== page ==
On a technical level, the guitar work is the single largest redeeming quality. Axe duo Nicolas Haerri and Darryl Ducret cut solid, re-spinnable riffs easily enough, but they alone cannot strip Purge and Purify of its by-the-book taste. Love him and/or hate him, Jens Bogren’s master is loud (surprise, surprise), but I find more fault in Romesh Dodangoda’s busy mix. They over-amplify Dario Biner’s battering drums into the riffs and relegate Edwin Bertschi’s warm bass timbres to near non-existence. Vocalist Randy Schaller commands a lot of space, not unexpected given his position but unwarranted given his execution. Despite some classic D. Randall Blythe deliveries, his ceaseless vocals provide neither the dynamics nor the legibility required to be anything other than stifling.

Despite all this, Voice of Ruin toppled my expectations of a reverse-lock jinx. Purge and Purify could be better, but it could be a lot worse. The band aren’t here to write a masterpiece in five acts; they’re here to beat chests and drop bodies, a feat they at least partially accomplish. The blend of sounds I adore, however basic, is an added bonus. If Voice or Ruin can sort out their secondary issues, I suspect I’ll be back for Melodic Thrash 201.


Rating: 2.5/5.0
DR: 5 | Format Reviewed: 320 kbps mp3
Label: Tenacity Music
Websites: voiceofruin.comfacebook.com/voiceofruin | voiceofruin.bandcamp.com
Releases Worldwide: May 12th, 2017

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  • AndySynn

    I still have a significant soft-spot for LoG circa-Palaces/Ashes (and actually think “Wrath” was quite underrated) but really, LoG have become one of those bands (like Meshuggah, or TBDM, etc) whose sound is so well-known/defined, and whose influence is so pervasive, that 99% of the bands they influence tend to sound like a second (or third) rate copycat.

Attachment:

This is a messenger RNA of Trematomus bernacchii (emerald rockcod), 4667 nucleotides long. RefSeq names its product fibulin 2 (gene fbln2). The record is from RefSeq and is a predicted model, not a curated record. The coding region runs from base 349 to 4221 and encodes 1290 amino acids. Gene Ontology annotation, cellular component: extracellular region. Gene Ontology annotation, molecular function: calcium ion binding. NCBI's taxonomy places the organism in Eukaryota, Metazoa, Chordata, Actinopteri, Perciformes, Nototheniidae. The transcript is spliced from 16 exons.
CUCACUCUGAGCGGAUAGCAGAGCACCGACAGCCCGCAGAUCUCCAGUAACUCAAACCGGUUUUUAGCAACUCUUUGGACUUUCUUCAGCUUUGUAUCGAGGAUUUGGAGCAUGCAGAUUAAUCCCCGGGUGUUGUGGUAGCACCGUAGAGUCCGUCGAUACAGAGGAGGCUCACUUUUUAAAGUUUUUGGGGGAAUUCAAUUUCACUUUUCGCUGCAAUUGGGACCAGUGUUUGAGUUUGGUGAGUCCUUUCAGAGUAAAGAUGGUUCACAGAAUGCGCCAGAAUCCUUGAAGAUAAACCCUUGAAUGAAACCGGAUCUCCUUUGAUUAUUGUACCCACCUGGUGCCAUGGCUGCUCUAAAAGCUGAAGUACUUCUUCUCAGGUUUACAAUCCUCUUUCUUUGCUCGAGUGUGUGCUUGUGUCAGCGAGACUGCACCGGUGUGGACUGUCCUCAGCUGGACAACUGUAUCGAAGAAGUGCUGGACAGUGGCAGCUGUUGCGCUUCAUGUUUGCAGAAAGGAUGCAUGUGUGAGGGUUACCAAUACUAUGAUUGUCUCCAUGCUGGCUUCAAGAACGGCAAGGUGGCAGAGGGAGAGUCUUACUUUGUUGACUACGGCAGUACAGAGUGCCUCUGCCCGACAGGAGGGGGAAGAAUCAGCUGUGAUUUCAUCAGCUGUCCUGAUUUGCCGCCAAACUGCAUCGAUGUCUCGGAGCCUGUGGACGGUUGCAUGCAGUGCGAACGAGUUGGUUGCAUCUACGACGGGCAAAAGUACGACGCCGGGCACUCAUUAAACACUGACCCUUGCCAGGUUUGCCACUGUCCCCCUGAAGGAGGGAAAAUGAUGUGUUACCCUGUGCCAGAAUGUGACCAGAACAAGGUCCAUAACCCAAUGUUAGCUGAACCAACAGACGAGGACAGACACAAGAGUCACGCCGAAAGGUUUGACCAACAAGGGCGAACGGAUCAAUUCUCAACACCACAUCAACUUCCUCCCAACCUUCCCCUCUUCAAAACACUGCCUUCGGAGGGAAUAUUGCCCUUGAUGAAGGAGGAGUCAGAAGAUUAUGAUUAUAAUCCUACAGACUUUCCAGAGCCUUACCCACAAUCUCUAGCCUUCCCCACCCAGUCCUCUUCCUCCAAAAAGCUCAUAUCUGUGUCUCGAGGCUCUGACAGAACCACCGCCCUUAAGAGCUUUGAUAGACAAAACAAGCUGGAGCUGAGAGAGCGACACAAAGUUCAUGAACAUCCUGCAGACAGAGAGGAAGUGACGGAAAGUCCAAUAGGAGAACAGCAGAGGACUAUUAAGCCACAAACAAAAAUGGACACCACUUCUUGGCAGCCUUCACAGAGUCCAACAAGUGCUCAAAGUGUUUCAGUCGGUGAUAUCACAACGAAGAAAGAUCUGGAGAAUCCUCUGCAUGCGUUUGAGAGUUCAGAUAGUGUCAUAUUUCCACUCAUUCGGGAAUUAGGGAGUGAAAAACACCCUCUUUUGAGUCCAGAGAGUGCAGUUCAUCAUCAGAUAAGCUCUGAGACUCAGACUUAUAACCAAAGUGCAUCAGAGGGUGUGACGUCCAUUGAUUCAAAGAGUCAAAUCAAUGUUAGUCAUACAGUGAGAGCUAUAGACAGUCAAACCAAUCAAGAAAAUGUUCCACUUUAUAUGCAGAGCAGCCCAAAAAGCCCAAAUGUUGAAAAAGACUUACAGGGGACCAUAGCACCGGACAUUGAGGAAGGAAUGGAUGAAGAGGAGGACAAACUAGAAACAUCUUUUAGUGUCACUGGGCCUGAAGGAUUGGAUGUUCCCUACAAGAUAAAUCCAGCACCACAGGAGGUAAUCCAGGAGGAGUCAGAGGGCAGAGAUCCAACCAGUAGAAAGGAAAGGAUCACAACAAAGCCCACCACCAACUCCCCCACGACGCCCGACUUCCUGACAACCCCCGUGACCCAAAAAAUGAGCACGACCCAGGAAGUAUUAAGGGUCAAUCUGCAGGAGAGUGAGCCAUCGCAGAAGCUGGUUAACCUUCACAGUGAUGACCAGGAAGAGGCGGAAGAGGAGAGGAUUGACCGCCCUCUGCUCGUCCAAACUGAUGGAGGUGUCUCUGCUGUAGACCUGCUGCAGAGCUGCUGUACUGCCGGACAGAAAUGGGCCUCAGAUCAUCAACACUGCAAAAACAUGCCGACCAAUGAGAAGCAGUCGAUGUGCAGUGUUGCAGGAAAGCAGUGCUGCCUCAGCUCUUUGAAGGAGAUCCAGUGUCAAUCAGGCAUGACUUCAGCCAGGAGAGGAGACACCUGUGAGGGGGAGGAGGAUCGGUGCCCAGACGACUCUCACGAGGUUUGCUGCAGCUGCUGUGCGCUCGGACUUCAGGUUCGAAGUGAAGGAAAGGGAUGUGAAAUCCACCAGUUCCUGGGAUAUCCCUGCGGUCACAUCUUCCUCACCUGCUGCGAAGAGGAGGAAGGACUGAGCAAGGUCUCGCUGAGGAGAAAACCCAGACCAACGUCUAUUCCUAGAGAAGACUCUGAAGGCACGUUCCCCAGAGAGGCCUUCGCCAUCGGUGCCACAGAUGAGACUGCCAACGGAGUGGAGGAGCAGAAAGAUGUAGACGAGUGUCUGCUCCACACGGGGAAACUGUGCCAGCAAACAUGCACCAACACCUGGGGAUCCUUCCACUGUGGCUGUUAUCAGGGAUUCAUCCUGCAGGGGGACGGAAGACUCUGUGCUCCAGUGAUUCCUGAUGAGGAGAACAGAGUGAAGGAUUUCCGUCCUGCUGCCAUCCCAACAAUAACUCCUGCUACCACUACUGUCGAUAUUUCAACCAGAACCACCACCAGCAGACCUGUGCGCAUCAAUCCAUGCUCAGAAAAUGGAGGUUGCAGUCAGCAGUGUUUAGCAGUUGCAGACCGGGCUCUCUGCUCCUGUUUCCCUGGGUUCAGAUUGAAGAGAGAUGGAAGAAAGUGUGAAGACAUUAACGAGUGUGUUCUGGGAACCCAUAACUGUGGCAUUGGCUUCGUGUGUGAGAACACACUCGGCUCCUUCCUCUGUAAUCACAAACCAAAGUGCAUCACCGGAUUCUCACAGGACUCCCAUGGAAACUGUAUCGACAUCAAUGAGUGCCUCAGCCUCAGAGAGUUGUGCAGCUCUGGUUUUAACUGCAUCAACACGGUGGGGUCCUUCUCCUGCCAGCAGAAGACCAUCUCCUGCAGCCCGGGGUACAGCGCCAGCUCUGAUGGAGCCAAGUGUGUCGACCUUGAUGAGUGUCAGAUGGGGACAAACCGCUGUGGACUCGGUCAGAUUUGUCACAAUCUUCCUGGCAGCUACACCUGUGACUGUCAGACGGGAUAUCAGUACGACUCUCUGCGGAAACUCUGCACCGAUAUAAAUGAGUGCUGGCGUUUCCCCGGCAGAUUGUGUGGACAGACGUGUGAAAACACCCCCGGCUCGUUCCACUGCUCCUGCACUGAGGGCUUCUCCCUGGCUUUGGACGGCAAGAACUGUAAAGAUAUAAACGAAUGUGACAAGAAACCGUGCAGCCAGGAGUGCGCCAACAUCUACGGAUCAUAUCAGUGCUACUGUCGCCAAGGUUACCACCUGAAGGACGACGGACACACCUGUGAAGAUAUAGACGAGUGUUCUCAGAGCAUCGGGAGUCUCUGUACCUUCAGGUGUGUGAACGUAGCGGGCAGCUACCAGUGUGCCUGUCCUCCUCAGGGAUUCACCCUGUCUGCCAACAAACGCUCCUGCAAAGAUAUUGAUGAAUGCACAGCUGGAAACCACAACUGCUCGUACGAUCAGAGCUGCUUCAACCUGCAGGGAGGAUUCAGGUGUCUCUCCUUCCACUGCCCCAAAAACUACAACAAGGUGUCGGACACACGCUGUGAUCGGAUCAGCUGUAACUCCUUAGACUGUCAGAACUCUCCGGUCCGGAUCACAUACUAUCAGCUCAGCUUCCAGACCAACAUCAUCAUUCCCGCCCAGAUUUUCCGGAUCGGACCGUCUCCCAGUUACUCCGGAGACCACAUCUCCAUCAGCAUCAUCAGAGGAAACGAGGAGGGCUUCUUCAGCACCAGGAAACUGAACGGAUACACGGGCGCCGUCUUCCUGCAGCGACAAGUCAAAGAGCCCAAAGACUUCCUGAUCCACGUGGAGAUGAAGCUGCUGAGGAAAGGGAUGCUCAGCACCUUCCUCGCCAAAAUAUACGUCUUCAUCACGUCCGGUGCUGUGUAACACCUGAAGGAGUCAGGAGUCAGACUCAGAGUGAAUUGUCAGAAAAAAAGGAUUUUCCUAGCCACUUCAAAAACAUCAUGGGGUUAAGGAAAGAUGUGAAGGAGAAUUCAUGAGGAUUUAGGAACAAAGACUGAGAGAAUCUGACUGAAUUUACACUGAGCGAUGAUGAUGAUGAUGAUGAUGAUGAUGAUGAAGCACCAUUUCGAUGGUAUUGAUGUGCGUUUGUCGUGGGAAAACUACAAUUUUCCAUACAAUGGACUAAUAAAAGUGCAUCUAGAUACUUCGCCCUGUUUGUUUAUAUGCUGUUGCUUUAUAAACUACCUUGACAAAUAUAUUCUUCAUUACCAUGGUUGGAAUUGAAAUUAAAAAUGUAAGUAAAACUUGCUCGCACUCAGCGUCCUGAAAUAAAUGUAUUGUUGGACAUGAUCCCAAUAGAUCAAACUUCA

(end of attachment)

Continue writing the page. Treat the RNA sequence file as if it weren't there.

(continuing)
Also, if your vocalist is called Randy, you should probably not try to sound like LoG at all… that’s just asking for trouble.

    • Dr. Wvrm

      Amen. I came up with Palaces through Wrath, I still spin them all pretty regularly.

    • TheCurlyMetalhead

      Reclamation is one of their best songs if not the best imho :D

    • Sean Sky

      LoG were one of my early introductions to “harder” metal. Definitely still appreciate them.

    • Hammersmith

      Palaces/Ashes were decent albums, for sure

    • hubcapiv

      **Upvotes for “Wrath is underrated.”**

    • h_f_m

      Definitely. Palaces is still by far my favorite. The NAG album the bass drum sounds like the kick drum beaters are hitting a side of beef, it was still good though. The BTP album was good as well though less groovy..